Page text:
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How many times have you bought a call option only to see the stock moving in the wrong direction? When you are bullish on a stock and buy a call option, you need to be right three times: about the direction of the move, about the size of the move and about the timing. This is a very difficult task and not many traders can do it consistently.

There might be a better way. We want to take the other side of the trade and sell options to those high-risk buyers. We are going to use a strategy called a credit spread. This is a limited risk, limited reward, directional strategy. If you are bullish, you will sell a put credit spread. If you are bearish, you are going to sell a call credit spread. This trade has more than one way to win. You don’t have to predict where the stock will go to, but where the stock likely won’t go to. You win if the stock goes in the right direction, stays unchanged or goes in the wrong direction but not too strongly.

Let’s take a look at hypothetical trade using the SPDR SP&P 500 (NYSEARCA:SPY) as an example. If you think that SPY will stay above $120 by January 2012 expiration, you can place the following trade:

  • Sell 10 SPY January 2012 120 puts.
  • Buy 10 SPY January 2012 119 puts.

With SPY currently trading at $126.05, the trade can be done for $0.22 credit. By selling ten contracts, you will get $220 credited to your account. This is the maximum profit. The margin requirement for this trade is $780, so the maximum return on margin is 28.2%. This return is realized if by January 2012 SPY stays above $120. It gives you a 5% downsize caution.

Based on the delta of the short options, this trade has 70% probability of success. You can go with lower strikes (for example, sell 118 put, buy 117 put) to increase the probability of success, but this will reduce the credit and the potential maximum gain.

What is the exit strategy? I like to exit when I can buy back the spread for 20% of what I paid. In this case, it would be about 4 cents. The last few cents are not worth the risk. On the downside, one reasonable exit plan would be to buy back the spread when if SPY goes down and touches the short strike. Depending on when it happens, the loss can be in 10-20% range. If it happens after few weeks, the trade can even make money.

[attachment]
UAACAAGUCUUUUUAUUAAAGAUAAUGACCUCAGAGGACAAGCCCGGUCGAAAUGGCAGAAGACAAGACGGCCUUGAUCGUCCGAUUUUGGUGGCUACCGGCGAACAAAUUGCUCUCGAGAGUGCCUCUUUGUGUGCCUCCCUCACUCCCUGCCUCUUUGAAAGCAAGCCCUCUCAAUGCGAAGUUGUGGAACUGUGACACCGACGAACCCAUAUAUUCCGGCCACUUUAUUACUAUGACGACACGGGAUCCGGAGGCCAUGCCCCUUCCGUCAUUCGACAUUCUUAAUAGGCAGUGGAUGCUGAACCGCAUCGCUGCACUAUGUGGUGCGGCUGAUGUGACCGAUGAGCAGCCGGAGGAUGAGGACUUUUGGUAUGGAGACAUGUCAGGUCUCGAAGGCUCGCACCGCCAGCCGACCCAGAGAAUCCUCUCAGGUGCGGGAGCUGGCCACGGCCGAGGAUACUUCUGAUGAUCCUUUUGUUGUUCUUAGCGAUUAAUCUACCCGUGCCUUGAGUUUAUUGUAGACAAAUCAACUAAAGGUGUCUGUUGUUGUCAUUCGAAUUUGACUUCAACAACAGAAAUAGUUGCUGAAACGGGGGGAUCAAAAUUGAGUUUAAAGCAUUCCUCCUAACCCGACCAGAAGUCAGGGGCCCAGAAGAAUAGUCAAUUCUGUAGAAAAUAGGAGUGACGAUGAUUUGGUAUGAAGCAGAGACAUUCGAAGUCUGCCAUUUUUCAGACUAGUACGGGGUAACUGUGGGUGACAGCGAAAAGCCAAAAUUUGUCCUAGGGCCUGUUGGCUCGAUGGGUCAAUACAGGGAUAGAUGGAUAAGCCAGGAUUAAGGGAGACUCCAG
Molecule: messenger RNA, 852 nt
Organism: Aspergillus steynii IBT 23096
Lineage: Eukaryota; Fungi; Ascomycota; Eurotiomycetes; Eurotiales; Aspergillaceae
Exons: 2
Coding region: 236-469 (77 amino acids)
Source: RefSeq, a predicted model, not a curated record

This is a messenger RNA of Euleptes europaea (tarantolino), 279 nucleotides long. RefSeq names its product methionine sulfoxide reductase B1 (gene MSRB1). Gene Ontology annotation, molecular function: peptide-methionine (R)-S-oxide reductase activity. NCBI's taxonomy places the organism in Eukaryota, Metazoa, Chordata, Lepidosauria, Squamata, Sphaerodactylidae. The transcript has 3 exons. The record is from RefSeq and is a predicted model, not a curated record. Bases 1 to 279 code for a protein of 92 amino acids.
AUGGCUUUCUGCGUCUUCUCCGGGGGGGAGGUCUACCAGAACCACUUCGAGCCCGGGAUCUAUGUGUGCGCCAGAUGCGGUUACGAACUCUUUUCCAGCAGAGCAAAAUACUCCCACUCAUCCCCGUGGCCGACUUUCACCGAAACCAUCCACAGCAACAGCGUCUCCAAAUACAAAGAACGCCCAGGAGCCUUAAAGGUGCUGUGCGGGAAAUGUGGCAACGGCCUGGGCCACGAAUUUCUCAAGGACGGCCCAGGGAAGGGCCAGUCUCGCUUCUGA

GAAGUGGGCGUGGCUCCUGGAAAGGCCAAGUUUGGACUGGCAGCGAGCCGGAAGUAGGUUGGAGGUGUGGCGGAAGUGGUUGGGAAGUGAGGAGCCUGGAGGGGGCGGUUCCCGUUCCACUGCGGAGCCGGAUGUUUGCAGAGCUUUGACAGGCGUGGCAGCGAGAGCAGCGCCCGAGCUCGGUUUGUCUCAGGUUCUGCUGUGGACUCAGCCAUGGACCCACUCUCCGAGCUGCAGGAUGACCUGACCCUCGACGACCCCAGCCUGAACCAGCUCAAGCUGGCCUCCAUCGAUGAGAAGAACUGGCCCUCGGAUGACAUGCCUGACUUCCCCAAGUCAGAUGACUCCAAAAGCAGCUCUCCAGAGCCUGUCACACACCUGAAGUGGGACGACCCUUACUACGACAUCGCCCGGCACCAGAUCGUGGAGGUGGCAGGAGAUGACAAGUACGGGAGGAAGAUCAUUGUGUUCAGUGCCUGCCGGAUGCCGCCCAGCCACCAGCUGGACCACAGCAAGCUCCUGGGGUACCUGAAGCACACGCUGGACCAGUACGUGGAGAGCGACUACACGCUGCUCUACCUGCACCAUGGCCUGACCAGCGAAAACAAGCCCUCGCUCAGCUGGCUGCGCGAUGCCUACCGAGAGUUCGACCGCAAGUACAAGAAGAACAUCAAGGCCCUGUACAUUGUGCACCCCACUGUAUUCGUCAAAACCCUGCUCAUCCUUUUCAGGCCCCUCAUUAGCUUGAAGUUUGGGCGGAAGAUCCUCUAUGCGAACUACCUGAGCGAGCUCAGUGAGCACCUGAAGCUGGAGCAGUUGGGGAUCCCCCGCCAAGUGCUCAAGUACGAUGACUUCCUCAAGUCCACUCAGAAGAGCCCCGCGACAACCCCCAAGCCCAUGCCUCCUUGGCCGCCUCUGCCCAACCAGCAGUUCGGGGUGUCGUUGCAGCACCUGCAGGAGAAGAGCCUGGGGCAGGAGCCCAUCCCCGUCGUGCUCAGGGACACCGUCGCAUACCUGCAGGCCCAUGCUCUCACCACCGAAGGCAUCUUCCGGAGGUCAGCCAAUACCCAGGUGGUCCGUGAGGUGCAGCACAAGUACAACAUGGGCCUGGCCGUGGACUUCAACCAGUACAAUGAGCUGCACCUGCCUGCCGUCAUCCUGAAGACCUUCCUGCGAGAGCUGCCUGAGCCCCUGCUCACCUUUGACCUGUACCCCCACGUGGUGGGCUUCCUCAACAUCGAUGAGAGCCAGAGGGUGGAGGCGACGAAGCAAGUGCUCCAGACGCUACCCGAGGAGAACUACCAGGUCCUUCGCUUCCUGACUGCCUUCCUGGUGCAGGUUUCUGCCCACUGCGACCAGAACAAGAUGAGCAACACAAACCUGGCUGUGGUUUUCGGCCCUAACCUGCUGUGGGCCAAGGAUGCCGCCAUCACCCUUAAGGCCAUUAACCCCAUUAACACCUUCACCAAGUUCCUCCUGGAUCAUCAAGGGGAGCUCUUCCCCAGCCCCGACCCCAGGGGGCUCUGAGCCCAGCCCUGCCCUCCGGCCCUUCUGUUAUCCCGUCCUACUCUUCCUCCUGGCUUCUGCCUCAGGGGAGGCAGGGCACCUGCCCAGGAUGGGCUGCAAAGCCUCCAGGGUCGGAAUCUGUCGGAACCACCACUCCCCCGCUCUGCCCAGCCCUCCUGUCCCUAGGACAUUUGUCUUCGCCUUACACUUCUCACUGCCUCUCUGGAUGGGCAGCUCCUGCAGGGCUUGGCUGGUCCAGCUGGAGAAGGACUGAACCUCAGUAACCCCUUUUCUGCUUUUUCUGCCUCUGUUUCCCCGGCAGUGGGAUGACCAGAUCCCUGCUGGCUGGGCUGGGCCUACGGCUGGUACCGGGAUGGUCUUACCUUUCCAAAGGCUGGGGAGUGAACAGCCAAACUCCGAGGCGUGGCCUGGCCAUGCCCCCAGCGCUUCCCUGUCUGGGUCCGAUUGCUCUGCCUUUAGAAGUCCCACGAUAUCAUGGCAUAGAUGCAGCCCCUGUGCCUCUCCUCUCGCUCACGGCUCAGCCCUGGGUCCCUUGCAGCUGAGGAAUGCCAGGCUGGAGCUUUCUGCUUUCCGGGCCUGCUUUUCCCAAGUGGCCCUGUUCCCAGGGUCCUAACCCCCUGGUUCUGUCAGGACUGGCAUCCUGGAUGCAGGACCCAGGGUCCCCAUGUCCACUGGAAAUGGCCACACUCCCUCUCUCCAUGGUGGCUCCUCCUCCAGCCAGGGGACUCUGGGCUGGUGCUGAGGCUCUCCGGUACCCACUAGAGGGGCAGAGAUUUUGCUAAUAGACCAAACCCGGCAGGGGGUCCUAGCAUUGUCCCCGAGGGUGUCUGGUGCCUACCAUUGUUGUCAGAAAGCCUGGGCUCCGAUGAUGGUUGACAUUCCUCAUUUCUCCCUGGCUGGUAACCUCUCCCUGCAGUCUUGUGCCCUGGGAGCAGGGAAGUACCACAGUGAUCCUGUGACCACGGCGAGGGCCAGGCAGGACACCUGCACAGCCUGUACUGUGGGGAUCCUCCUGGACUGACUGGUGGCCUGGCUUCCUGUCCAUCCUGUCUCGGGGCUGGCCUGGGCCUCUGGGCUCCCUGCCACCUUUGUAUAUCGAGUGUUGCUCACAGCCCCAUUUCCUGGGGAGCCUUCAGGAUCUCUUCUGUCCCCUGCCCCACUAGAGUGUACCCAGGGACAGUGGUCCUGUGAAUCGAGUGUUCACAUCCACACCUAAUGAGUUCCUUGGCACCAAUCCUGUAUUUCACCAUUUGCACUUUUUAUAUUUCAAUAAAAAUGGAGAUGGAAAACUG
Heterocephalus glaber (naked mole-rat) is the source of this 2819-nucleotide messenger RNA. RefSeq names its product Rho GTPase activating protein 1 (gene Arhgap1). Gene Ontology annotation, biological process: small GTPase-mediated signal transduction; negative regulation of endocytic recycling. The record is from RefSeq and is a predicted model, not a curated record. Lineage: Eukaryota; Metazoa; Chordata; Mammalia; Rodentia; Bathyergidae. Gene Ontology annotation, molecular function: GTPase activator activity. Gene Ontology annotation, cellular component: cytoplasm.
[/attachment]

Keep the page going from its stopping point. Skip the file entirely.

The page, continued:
I ignored commissions in all my calculations. Make sure you are using the right broker if you are going to trade options, otherwise commissions will eat a significant portion of your trading account. Even with the right broker, some trades will be more commissions consuming than others.

Like I mentioned, there is more than one way to win with this trade, and time is on your side. The trade is theta positive, which means that it makes money from the time decay. The time decay will accelerate the closer you get to expiration.

How does it compare with buying a straight call? Let’s compare it with buying At The Money (ATM) options with the same expiration. SPY January 2012 126 call will cost $3.87. That means that you need SPY to be at $129.87 at January expiration just to break even. To make the same 28% as with the credit spread, you need SPY to be at $131. That’s an increase of 4%. Of course if SPY makes a quick and sharp move up, the call will make bigger gains, but the opposite is true as well. The probability of success is about 50% since this is ATM option.

The bottom line: if you like the odds of making 28% in five weeks with 70% probability, the credit spread strategy is for you.

Source: A Conservative Options Strategy For Directional Traders